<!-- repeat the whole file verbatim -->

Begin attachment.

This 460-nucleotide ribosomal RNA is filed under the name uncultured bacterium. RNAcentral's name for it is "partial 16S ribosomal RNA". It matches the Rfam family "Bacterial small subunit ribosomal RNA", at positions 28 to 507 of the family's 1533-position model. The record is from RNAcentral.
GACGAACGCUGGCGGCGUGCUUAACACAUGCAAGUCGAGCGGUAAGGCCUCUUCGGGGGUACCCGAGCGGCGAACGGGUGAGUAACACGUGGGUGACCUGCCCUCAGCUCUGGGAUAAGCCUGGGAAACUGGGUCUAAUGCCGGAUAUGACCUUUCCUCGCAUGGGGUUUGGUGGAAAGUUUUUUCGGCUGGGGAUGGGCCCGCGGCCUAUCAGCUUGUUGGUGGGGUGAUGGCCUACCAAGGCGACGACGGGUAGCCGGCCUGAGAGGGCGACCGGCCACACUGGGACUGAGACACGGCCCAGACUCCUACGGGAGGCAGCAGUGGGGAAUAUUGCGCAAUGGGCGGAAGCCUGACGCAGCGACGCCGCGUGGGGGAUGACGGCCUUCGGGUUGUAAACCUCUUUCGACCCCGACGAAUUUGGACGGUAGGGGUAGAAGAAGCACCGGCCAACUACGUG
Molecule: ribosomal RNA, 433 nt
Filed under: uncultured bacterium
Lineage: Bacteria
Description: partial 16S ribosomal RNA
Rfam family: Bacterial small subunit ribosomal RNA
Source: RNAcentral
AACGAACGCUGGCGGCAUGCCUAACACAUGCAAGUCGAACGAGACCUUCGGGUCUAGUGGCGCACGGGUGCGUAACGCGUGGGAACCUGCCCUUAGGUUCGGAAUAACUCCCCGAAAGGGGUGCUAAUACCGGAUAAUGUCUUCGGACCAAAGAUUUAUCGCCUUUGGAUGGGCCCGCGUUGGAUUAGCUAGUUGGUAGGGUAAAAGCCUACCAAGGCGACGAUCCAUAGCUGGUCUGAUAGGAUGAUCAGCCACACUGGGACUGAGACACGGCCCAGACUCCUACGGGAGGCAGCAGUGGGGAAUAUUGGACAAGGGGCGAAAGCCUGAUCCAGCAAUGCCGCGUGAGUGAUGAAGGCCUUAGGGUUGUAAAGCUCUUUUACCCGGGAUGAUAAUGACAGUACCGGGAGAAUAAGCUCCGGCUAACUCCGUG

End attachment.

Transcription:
This 460-nucleotide ribosomal RNA is filed under the name uncultured bacterium. RNAcentral's name for it is "partial 16S ribosomal RNA". It matches the Rfam family "Bacterial small subunit ribosomal RNA", at positions 28 to 507 of the family's 1533-position model. The record is from RNAcentral.
GACGAACGCUGGCGGCGUGCUUAACACAUGCAAGUCGAGCGGUAAGGCCUCUUCGGGGGUACCCGAGCGGCGAACGGGUGAGUAACACGUGGGUGACCUGCCCUCAGCUCUGGGAUAAGCCUGGGAAACUGGGUCUAAUGCCGGAUAUGACCUUUCCUCGCAUGGGGUUUGGUGGAAAGUUUUUUCGGCUGGGGAUGGGCCCGCGGCCUAUCAGCUUGUUGGUGGGGUGAUGGCCUACCAAGGCGACGACGGGUAGCCGGCCUGAGAGGGCGACCGGCCACACUGGGACUGAGACACGGCCCAGACUCCUACGGGAGGCAGCAGUGGGGAAUAUUGCGCAAUGGGCGGAAGCCUGACGCAGCGACGCCGCGUGGGGGAUGACGGCCUUCGGGUUGUAAACCUCUUUCGACCCCGACGAAUUUGGACGGUAGGGGUAGAAGAAGCACCGGCCAACUACGUG
Molecule: ribosomal RNA, 433 nt
Filed under: uncultured bacterium
Lineage: Bacteria
Description: partial 16S ribosomal RNA
Rfam family: Bacterial small subunit ribosomal RNA
Source: RNAcentral
AACGAACGCUGGCGGCAUGCCUAACACAUGCAAGUCGAACGAGACCUUCGGGUCUAGUGGCGCACGGGUGCGUAACGCGUGGGAACCUGCCCUUAGGUUCGGAAUAACUCCCCGAAAGGGGUGCUAAUACCGGAUAAUGUCUUCGGACCAAAGAUUUAUCGCCUUUGGAUGGGCCCGCGUUGGAUUAGCUAGUUGGUAGGGUAAAAGCCUACCAAGGCGACGAUCCAUAGCUGGUCUGAUAGGAUGAUCAGCCACACUGGGACUGAGACACGGCCCAGACUCCUACGGGAGGCAGCAGUGGGGAAUAUUGGACAAGGGGCGAAAGCCUGAUCCAGCAAUGCCGCGUGAGUGAUGAAGGCCUUAGGGUUGUAAAGCUCUUUUACCCGGGAUGAUAAUGACAGUACCGGGAGAAUAAGCUCCGGCUAACUCCGUG